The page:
In France, the city of Lille runs a waterborne waste transfer system between the city centre and two recycling plants located to take advantage of the route. And in the run-up to the COP21 UN Climate Change Conference in Paris the city showcased demonstrations of some 20 environment-friendly ‘solutions for our climate’, organised by HAROPA (Ports of Paris).

These included the prototype of a new Distri-Seine barge-based freight delivery service, planned to ply the city’s River Seine.

Developed by inland shipper Compagnie Fluvial de Transports, this involves a vessel with an adapted roll-on-roll-off system which carries electric vans and small trucks (within the city’s new 29m3 limit) into the central area for shop restocking. The barge moors with alternate sides next to existing wharves – meaning the vehicles are always driven forward during the loading and unloading process. In Paris, it moored at the Quai de Bercy, where it loaded and unloaded electric vans supplied by truck renter Via Location, attracting visitors from Belgium and the Netherlands as well as France.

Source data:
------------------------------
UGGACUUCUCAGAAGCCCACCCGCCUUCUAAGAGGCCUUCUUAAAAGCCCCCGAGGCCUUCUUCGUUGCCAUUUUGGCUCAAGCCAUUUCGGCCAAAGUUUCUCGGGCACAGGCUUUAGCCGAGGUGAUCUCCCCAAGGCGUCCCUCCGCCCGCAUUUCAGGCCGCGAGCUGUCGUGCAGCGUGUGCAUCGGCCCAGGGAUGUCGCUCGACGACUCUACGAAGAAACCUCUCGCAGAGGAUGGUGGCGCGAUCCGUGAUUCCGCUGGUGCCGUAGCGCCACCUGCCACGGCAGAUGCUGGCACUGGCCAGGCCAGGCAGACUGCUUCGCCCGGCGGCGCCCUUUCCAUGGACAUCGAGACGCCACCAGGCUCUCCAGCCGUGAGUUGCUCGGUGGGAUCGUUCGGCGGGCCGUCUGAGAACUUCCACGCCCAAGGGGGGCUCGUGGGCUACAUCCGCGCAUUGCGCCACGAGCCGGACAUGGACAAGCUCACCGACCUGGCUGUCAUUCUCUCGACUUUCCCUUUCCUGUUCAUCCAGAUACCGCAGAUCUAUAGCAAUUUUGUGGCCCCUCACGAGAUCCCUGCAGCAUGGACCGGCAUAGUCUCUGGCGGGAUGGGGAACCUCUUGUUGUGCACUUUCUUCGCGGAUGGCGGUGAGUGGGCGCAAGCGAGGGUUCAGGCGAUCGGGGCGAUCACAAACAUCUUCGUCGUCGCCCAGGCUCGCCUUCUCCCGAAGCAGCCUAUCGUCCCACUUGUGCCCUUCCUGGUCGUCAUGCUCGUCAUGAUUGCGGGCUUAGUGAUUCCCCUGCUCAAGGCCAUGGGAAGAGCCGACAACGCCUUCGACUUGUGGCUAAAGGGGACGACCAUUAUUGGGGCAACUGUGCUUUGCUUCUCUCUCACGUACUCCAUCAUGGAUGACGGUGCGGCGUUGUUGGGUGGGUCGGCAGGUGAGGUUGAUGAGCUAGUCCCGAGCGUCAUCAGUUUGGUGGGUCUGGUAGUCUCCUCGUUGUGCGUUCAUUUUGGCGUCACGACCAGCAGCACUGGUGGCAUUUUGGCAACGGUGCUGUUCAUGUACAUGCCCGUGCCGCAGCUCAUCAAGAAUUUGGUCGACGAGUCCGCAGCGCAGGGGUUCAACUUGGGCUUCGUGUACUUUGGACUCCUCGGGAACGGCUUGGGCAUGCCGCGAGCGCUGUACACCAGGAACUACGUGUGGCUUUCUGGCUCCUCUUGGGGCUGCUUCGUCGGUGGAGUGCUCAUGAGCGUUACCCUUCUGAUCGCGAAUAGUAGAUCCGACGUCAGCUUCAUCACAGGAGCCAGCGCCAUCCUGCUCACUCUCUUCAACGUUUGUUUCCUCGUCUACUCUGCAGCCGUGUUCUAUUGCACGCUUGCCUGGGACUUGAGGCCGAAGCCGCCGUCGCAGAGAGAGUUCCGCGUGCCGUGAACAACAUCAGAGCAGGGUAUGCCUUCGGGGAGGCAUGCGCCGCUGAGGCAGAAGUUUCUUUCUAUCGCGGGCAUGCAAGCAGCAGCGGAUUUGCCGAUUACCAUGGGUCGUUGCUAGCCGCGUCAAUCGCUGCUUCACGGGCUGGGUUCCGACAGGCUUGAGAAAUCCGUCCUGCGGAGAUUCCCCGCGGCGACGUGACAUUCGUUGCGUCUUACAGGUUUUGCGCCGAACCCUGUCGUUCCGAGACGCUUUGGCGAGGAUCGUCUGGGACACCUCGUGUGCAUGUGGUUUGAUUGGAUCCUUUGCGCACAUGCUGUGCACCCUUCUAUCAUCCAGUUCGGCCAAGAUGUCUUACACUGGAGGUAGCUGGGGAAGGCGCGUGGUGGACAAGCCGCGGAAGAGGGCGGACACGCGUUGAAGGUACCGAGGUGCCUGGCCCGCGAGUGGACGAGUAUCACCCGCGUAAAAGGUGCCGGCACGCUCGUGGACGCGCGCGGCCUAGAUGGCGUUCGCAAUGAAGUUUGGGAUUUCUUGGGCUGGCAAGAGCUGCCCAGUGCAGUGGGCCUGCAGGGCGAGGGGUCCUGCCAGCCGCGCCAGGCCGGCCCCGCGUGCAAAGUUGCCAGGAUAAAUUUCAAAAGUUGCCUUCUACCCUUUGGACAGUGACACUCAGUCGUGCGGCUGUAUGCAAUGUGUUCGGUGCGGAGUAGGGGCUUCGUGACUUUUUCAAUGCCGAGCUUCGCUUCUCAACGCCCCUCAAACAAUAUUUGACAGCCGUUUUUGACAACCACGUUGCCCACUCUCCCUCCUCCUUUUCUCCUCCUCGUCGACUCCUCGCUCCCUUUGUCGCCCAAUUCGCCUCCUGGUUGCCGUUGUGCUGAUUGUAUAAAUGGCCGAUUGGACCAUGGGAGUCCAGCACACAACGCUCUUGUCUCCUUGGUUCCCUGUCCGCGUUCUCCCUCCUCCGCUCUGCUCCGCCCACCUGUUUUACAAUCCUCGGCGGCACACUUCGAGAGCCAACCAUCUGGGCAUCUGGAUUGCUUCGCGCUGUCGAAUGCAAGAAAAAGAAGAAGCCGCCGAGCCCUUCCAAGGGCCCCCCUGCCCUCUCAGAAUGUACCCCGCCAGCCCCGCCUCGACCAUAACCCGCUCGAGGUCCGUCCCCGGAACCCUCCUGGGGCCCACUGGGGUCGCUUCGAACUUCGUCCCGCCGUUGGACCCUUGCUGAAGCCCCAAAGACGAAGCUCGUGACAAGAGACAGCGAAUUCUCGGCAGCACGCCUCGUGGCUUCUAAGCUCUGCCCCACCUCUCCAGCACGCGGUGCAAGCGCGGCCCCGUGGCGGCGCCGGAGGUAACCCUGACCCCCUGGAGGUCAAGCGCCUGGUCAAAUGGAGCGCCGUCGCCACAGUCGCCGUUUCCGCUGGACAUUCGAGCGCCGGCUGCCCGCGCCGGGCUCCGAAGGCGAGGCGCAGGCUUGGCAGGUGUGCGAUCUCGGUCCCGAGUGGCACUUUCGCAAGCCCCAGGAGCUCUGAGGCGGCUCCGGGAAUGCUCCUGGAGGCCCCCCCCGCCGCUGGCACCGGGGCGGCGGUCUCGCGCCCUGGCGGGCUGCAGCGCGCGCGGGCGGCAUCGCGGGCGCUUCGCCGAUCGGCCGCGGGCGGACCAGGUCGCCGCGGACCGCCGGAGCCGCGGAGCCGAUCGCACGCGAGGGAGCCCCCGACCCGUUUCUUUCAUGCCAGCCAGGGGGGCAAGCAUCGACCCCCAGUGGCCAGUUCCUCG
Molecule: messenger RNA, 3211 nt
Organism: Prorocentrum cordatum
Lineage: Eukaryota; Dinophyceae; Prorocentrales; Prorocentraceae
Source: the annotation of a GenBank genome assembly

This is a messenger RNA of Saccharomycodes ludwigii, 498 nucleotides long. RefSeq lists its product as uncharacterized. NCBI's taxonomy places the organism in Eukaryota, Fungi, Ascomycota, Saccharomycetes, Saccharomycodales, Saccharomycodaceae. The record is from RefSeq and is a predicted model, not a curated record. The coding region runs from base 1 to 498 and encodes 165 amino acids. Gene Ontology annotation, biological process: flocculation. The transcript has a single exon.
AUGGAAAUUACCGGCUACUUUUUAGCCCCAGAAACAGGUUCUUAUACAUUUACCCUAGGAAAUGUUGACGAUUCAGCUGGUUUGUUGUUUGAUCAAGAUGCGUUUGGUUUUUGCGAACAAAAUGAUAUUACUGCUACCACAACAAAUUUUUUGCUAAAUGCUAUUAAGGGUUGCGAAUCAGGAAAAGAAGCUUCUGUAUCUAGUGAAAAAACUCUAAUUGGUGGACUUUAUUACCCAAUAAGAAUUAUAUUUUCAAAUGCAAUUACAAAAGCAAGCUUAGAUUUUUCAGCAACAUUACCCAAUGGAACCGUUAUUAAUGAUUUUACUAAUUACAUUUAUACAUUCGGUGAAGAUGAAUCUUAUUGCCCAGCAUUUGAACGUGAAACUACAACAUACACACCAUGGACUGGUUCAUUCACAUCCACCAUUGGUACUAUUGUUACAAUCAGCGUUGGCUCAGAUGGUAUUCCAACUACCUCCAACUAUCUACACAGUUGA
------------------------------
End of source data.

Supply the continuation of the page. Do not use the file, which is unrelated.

CFT sales director Ferenc Szilagyi told ITS International that the deployed system would have pickup points on the city fringes, near distributors’ depots. One of these could be a few hundred metres from Rungis, the world’s largest wholesale market for fresh produce, which already has its own railway station and junction on the A6 autoroute. “Waterway connections would add an important third option,” he said.

Szilagyi envisages a ‘hop’-style network of up to six in-city stops for offloading incoming trucks and collecting returning empty ones (at convenient pre-arranged stops). Both vessel and trucks would be equipped with vehicle identification and satellite tracking to enable the synchronisation of transfers.

He is currently looking at the potential of introducing similar schemes in other European cities, including London.

As urban waterway freight transport grows in volume, it will be a natural candidate for integration with longer-distance, interurban routes, supported by ITS-based tools developed under the European Commission’s Harmonised River Information Services (RIS) Directive.

This sets out to deliver a competitive alternative to road use as a new partner in the intermodal freight movement chain.